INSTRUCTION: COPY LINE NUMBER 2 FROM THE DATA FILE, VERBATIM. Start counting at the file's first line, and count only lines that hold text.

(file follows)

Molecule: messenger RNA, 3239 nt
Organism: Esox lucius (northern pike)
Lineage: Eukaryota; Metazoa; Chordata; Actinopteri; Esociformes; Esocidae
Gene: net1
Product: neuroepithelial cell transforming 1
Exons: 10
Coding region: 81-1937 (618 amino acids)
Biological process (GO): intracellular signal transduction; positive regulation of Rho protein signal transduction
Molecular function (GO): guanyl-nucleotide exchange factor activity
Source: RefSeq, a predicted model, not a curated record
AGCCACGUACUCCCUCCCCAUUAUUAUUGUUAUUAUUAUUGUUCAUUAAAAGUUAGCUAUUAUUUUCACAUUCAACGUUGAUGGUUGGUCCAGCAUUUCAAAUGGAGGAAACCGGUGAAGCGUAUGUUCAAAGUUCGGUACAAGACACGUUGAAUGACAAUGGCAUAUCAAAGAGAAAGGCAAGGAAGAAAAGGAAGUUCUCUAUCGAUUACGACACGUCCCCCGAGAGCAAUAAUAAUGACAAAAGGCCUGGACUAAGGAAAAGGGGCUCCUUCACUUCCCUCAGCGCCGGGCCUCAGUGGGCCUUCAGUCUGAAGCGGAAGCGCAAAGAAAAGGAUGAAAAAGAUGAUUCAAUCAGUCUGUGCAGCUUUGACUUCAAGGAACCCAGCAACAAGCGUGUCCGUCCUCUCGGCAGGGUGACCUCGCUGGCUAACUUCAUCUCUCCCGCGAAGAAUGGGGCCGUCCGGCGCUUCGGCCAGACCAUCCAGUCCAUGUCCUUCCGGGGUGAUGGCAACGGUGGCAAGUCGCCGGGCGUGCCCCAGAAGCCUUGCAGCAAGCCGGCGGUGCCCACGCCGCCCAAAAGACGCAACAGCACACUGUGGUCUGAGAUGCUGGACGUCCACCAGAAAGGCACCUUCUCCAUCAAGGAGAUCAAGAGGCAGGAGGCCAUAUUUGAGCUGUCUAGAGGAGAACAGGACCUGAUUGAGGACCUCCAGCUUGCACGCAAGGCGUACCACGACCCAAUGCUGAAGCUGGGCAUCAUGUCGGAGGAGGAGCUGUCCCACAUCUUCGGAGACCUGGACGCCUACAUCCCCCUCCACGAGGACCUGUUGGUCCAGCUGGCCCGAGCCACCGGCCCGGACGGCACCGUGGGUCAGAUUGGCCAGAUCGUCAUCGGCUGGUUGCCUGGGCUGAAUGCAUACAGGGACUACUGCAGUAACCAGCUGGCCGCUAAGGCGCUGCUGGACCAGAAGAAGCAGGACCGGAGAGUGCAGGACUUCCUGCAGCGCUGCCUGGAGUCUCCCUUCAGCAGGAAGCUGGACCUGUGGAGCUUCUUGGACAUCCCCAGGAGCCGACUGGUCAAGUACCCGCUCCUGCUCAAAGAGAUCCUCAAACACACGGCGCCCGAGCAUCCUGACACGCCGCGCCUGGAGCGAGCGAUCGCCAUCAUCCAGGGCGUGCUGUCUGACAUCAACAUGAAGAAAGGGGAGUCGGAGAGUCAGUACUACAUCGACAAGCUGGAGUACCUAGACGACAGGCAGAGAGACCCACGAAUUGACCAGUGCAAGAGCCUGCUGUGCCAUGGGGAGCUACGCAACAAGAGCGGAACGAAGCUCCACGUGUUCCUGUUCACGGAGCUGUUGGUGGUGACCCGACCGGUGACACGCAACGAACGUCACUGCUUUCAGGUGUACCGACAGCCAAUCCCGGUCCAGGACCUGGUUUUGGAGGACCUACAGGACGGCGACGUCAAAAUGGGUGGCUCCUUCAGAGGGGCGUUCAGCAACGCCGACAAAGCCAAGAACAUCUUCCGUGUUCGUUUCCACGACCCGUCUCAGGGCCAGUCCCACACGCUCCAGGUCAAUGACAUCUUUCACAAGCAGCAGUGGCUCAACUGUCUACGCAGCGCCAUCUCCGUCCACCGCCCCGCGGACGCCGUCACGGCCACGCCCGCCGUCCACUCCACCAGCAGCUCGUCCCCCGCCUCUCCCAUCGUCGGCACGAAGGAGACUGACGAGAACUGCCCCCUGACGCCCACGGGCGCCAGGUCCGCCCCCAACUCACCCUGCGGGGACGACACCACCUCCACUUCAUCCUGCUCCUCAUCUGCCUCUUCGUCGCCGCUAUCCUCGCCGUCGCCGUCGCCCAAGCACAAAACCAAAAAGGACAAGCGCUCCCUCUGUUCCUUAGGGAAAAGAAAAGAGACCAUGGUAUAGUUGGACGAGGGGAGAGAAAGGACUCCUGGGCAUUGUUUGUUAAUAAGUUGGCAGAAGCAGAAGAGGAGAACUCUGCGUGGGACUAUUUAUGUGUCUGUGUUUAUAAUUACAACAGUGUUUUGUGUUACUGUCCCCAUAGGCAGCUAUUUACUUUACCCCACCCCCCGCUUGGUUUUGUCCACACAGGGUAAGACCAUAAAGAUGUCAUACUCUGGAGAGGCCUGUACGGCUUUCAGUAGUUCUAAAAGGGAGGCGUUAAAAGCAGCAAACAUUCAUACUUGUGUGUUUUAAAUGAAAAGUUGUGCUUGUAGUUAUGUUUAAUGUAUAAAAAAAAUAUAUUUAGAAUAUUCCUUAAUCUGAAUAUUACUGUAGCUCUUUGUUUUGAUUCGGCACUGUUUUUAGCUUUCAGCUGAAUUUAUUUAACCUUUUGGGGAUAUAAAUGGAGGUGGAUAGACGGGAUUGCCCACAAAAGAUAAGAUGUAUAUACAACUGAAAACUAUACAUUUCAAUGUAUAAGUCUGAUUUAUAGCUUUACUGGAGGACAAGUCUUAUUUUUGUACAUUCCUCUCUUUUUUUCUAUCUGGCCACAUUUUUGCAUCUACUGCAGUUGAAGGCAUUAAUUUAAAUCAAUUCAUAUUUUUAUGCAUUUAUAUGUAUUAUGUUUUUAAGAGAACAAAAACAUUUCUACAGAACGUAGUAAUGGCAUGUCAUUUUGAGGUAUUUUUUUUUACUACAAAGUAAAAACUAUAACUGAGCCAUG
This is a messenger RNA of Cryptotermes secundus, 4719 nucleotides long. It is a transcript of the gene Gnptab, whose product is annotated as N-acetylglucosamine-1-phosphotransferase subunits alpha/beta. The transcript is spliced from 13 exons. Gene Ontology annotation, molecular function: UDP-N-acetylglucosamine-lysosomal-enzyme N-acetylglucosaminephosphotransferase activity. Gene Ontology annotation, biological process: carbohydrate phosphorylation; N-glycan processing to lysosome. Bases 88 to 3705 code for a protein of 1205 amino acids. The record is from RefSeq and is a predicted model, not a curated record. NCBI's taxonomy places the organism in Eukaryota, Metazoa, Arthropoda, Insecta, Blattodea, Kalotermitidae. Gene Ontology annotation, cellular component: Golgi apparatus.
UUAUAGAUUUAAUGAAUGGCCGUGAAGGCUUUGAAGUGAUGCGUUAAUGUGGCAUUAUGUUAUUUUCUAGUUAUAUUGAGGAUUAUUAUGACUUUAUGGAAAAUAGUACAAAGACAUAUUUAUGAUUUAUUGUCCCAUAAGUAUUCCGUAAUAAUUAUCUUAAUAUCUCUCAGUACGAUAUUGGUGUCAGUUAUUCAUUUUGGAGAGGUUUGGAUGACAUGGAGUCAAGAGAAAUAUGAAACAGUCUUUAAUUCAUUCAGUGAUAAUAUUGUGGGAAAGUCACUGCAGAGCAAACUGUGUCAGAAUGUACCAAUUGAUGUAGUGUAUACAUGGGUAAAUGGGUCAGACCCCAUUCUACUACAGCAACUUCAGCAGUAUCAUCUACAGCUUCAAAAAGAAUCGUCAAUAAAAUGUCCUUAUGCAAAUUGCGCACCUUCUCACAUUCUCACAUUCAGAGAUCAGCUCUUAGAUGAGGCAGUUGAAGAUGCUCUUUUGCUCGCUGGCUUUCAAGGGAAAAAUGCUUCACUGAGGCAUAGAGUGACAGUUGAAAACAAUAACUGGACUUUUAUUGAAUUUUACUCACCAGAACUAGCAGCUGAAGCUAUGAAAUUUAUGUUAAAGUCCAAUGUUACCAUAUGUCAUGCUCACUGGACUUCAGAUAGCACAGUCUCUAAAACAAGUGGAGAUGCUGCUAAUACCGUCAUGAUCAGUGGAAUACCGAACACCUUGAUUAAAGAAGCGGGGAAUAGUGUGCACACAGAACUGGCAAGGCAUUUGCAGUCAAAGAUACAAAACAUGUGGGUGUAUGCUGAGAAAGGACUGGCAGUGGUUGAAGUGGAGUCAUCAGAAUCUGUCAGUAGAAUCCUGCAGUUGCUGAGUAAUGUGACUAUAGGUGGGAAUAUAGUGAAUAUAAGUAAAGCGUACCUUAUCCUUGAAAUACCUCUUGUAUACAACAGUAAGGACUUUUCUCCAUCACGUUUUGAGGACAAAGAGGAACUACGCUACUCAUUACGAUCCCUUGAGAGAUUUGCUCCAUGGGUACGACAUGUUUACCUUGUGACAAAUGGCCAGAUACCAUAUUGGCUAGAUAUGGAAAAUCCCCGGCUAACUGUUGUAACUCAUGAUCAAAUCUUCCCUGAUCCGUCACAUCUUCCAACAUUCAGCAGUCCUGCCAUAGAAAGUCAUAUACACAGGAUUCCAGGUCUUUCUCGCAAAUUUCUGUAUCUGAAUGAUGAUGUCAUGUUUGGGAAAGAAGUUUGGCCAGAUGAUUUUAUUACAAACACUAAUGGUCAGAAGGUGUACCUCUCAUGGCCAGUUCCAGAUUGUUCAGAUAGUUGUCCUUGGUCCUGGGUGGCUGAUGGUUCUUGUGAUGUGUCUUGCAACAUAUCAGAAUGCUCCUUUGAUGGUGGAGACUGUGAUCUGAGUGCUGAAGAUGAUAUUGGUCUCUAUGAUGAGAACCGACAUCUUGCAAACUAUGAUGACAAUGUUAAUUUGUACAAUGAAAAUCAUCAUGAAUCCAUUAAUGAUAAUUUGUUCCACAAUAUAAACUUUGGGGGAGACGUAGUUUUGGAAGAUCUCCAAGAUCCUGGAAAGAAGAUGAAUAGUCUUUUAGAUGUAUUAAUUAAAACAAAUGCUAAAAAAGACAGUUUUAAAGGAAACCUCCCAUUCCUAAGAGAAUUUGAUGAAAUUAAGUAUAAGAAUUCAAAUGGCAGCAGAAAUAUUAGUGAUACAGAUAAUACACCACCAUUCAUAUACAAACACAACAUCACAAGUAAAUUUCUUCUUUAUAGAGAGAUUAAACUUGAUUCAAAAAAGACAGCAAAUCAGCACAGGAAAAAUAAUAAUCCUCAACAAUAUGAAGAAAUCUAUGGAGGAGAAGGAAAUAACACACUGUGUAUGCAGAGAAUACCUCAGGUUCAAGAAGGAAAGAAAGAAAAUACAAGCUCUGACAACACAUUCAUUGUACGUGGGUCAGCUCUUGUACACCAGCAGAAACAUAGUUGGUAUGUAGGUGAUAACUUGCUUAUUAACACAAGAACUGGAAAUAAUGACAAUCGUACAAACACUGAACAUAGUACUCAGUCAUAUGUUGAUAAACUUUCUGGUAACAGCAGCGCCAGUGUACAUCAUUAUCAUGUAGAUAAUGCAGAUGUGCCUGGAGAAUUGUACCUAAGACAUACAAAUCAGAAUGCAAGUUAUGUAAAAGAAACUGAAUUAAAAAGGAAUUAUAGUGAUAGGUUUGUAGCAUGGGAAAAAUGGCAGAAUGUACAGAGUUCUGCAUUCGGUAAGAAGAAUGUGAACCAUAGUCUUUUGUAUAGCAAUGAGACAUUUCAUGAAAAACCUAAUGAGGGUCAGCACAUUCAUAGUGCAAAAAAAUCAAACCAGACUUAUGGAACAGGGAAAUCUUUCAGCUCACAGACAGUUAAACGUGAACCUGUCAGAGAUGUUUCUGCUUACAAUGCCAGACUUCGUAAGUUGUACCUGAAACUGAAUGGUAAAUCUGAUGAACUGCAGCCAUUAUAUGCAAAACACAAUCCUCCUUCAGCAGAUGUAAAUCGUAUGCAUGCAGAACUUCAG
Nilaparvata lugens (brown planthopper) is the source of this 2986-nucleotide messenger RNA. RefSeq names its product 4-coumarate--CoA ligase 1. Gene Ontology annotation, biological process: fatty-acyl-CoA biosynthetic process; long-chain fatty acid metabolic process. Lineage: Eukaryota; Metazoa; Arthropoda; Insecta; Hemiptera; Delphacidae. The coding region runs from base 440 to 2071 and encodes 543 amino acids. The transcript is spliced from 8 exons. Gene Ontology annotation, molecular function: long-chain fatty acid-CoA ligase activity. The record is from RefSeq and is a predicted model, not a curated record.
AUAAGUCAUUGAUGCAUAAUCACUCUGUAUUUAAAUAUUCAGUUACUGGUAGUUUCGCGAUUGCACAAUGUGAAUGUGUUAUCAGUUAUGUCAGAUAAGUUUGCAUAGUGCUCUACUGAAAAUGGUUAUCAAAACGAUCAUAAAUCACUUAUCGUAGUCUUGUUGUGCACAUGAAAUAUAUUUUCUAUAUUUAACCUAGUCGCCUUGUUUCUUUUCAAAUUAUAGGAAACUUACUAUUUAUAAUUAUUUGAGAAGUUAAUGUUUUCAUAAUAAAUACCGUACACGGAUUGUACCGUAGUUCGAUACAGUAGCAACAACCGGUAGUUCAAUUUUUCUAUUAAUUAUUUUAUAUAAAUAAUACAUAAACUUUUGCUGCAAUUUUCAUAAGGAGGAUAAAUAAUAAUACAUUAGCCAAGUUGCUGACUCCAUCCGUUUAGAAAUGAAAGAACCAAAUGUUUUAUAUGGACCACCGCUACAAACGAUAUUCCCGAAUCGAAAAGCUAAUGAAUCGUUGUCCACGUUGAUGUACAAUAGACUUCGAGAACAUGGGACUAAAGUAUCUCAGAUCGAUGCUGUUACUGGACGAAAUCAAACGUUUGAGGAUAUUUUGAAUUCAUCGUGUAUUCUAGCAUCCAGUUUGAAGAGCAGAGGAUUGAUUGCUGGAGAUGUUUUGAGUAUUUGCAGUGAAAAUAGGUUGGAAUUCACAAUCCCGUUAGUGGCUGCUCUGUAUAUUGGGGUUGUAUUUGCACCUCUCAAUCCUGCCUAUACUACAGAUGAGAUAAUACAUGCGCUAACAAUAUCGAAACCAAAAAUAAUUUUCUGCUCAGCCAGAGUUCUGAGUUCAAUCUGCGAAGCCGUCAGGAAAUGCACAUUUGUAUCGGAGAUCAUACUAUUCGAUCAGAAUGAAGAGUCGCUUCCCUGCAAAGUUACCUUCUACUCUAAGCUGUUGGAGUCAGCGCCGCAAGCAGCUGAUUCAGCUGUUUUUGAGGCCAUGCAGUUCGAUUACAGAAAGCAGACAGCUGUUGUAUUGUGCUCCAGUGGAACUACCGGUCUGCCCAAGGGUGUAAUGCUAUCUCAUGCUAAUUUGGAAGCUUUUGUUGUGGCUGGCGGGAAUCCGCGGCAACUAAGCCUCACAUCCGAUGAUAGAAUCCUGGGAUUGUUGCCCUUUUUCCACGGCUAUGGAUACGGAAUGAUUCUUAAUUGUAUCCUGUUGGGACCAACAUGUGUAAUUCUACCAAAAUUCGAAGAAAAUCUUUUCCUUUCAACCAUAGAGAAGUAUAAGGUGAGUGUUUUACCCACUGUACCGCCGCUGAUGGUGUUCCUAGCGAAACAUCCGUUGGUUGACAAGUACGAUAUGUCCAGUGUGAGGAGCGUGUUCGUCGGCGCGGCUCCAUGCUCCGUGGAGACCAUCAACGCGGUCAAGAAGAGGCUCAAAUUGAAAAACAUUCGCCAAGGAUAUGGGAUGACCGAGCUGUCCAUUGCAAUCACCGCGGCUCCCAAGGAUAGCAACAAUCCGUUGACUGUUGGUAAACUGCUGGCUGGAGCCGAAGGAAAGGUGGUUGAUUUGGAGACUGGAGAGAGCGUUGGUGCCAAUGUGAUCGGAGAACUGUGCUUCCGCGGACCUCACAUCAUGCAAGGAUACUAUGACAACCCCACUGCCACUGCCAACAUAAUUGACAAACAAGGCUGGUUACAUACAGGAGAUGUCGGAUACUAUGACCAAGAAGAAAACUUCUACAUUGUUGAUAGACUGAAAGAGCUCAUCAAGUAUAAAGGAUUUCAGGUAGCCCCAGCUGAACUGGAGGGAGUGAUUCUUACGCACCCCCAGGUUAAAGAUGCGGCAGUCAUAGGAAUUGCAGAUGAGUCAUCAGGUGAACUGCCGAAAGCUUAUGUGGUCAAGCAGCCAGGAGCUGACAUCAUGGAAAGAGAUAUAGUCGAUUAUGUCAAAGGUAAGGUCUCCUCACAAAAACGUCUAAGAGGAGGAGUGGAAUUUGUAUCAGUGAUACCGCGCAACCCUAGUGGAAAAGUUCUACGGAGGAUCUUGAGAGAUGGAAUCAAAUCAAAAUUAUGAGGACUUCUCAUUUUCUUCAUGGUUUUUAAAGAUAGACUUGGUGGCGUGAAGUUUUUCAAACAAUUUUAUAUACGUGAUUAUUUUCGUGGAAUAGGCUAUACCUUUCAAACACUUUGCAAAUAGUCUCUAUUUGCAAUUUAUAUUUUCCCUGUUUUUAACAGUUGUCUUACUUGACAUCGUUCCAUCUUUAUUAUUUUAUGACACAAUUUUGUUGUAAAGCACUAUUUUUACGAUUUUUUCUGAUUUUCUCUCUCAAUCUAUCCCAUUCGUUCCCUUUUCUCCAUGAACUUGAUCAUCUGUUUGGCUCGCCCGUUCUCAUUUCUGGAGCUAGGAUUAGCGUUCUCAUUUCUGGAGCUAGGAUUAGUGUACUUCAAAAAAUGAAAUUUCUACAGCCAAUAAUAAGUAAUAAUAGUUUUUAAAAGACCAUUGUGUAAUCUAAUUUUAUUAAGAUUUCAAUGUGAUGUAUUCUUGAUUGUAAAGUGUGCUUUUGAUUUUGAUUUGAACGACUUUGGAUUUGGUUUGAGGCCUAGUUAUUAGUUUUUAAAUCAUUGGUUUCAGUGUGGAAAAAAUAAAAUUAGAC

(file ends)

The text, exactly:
Organism: Esox lucius (northern pike)